SMALLWOOD — For just a few hours this past weekend, Carroll County was Camelot.
The clear notes of a trumpet sounding the call to arms rang through a woodland glade. At the herald's command of "Charge, Sir Knight! Charge!" --ing horsemen swept forward on their steeds, lances at the ready.
The satisfying rhythm of hoofbeats pounded through the oak grove as spectators cheered on their favorites. At the end, fair ladies received roses and kisses from their gallant heroes.
The picnic grounds of the Trinity Lutheran Church on Deer Park Road were once again the setting Saturday for one of the tournaments on the Maryland Jousting Tournament Association's schedule of events.
Since the 1950s, jousting has been an integral part of the annual Dutch picnic at the church. This year, the 115th picnic, about 15 knights and maidens competed for the cash prizes and a trophy.
The object of a jousting tournament is to spear a series of three rings suspended from frames orarches while riding at a full gallop over a designated course. To the uninitiated, it looks like trying to thread a needle while riding aparticularly bumpy roller coaster.
The jousting track consists ofthree arches set 30 yards apart with a 20-yard starting space. From each arch, a ring is suspended 6 feet, 3 inches above the ground.
In the novice class, riders attempt to spear 1 3/4-inch rings. Trophyclass contestants deal with rings that are a minuscule half-inch.
Had there been a tie in that class, one-quarter-inch rings would have been used for the runoff.
Riders must complete the course in nine seconds or less. Each rider gets three chances to spear the rings, so a nine constitutes a perfect score.
The jouster's lances are made of wood tipped with a metal rod tapering to a point. To spear the rings, the rider tucks his lance under his arm and handles the reins with the other
A good, steady horse is a must for jousting. Todd Hoffman of Frederick, "Knight of Whispering Pines," is delighted with Casey, a 10-year-old quarter horse stallion he recently purchased. Hoffman and Casey finished third in the semi-pro class, winning a tie in which 1-inch rings determined the winner.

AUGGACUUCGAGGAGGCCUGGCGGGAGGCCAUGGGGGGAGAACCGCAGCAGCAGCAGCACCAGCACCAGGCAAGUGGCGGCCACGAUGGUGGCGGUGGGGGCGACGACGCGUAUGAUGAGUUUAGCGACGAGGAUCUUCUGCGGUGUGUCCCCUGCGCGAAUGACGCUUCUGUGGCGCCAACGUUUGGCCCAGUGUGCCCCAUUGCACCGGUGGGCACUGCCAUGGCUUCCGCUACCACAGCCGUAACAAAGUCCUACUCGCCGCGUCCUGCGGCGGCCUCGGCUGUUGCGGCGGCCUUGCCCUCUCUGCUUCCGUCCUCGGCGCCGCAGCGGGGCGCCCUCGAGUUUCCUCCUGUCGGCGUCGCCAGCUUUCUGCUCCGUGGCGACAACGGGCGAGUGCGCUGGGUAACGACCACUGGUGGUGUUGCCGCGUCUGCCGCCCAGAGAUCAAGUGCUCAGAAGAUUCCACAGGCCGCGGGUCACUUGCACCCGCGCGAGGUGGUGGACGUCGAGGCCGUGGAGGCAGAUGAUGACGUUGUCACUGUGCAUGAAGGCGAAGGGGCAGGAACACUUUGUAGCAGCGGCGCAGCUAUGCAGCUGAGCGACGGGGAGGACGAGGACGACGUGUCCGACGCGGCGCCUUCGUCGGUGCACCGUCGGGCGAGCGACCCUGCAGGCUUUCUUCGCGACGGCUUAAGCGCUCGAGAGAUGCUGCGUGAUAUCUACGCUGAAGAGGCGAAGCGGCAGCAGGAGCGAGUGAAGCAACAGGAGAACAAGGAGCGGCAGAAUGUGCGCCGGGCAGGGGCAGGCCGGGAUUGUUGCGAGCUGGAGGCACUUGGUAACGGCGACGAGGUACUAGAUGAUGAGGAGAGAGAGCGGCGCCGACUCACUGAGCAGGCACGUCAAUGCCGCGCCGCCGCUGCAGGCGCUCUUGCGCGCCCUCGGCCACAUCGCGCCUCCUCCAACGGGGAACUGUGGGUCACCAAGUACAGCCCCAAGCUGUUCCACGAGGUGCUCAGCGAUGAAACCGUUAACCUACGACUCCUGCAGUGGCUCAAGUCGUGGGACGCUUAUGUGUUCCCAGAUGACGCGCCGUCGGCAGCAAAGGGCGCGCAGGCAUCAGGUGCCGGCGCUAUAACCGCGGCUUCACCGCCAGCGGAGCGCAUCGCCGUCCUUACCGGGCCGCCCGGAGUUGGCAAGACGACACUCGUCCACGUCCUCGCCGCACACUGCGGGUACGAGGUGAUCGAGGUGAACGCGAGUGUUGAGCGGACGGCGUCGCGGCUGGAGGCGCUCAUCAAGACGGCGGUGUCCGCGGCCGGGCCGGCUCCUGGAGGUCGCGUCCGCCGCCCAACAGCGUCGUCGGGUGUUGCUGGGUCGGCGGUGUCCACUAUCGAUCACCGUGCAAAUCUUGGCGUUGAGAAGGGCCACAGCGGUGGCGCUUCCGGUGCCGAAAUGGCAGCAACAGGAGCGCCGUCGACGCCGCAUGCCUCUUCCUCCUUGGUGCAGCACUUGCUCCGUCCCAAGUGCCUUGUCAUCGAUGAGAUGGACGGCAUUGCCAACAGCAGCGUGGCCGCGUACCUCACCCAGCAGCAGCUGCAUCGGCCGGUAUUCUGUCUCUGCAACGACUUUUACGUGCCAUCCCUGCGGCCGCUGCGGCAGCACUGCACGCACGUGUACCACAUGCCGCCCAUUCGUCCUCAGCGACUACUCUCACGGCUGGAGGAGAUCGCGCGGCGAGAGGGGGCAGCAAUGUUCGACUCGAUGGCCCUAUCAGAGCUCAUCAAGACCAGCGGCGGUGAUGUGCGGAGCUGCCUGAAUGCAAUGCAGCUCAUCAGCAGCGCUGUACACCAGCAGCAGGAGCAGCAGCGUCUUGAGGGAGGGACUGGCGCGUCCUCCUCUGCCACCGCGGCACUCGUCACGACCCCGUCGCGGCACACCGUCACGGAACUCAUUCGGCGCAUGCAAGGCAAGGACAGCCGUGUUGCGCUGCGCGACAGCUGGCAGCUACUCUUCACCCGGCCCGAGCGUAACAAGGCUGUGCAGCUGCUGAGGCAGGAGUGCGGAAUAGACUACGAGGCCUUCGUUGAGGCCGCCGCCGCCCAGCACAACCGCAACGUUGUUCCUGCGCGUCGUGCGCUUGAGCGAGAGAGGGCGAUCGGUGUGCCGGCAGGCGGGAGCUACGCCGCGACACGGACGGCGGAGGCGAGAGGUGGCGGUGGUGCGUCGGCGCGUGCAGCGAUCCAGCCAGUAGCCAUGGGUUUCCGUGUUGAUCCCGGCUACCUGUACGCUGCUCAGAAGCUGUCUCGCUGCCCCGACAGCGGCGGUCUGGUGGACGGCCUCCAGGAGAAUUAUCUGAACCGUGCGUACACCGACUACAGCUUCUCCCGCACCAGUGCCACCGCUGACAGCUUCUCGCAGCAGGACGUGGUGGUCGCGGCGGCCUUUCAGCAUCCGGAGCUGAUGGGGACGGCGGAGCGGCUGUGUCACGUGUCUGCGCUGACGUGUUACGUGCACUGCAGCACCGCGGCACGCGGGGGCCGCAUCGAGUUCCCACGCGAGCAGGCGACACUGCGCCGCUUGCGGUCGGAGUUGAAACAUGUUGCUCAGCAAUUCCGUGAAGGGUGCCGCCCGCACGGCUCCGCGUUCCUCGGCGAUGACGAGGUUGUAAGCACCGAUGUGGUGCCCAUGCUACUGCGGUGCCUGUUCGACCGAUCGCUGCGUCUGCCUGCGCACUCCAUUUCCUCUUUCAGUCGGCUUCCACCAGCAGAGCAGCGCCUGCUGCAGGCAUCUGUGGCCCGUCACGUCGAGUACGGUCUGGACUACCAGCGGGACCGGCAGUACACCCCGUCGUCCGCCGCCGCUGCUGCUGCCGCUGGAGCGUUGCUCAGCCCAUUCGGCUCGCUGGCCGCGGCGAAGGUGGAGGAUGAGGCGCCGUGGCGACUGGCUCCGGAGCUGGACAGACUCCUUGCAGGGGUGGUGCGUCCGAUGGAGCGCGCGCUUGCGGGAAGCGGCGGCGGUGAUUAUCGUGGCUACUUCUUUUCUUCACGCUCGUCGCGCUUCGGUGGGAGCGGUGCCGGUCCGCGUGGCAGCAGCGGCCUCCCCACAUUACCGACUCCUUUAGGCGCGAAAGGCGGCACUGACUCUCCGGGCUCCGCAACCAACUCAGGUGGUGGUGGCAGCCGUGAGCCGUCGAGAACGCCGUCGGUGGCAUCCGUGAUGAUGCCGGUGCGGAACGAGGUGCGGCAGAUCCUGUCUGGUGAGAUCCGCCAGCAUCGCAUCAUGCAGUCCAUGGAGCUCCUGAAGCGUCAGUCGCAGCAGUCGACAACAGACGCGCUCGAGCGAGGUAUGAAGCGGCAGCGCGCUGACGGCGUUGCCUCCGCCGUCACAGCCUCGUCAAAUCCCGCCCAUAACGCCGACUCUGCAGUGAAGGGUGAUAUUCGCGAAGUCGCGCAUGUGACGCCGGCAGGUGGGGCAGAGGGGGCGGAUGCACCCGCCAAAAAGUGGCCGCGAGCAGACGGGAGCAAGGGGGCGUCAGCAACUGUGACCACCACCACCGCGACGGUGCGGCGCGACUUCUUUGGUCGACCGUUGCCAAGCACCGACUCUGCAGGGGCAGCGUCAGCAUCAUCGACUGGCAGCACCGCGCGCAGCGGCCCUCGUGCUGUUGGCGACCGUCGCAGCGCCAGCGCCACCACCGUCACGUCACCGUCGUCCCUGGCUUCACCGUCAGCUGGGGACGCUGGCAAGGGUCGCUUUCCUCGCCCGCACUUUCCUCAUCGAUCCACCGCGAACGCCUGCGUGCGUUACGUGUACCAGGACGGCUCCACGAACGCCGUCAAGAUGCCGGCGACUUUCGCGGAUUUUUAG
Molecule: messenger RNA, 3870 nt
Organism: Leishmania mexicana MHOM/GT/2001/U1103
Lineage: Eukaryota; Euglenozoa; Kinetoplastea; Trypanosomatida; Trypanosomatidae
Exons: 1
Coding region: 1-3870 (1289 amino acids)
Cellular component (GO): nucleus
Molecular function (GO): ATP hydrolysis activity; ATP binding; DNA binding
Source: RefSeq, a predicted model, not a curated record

Morris Schultz of Denton, Caroline County, also known as "Knight of Rosebud," said he uses a special saddle when jousting.
"This is a plantation saddle," he said. "It has a broad seat like a Western saddle, but no horn."
Schultz, like other jousters, spends most weekends from May to October on the jousting circuit.
"Some of the tournaments offer fairly substantial cash prizes, but you'd never make a living doing this," he said with a grin. "You do it for the love of the sport."
Mary-Lou Bartram, publicity director for the MJTA, explained that in some tournaments the riders and horses are elaborately costumed in medieval dress. Saturday's nearly 100-degree temperatures required a different style of dress and more casual attire of T-shirts, blue jeans and even shorts, though some sported standard riding gear.
Jousting is a family affair, as evidenced by the Virtz family of Frederick. Not only did Mike Virtz Sr., the state champion and president of the association, compete, but his wife, Nancy, "Maid of St. Mark's," vied in the novice class. Son Mike Jr. competed in the amateur class.
Spectators, having made themselves comfortable in lawn chairs along the course, were treated to an exciting display of horsemanship and skill.
The first run of the day by Jesse Ensor Jr., riding on Starby, was a thriller. The 10-year-old speared all three of his first rings and ended up second in the novice class.
As the various jousters made their runs, it was easy to distinguish certain styles of riding and evenguess at the rider's personality from the way he or she approached the course.
Phil Clark, the "Knight of Little Red Wagon" from St. Mary's County, was obviously a seasoned vet, sure of himself, knowing how much to urge his horse forward. Dick Kerschner, "Knight of WalnutLane," bore a striking resemblance to a stout, rosy-cheeked yeoman farmer from the old English countryside.
Bob Enfield made an appropriate choice of "Knight of Sir Lancelot" as his jousting name, as he came on --ing and dauntless, going for every ring full-out. Mike Virtz, with more wins under his belt than he can count, is the ultimate pro, smooth in the saddle, slipping each ring onto the tip of his lance as deftly as if he were standing still.
This year's trophy was anew one donated by the church. Last year, Virtz, winner of the trophy class, was entitled to keep the trophy as his own after winning it three times. History repeated itself, with "Knight of St. Mark's" again walking away with the prize.
In addition to the trophy, cash prizes were awarded the first three jousters in each class.
The following prizes were awarded in first, second and third places:
* Novice class: Peggy Hoffman, Jesse Ensor Jr. and Nancy Virtz.
* Amateur class: Brenda Cotter, Karen Kirkendall, Peggy Hoffman.
* Professional class: Mike Virtz Sr., Bob Enfield, Phil Clark.
* Semi-pro class: Morris Schultz, Rob Cotter, Todd Hoffman.
* Trophy class: Mike Virtz Sr., Bob Enfield, Jesse Ensor.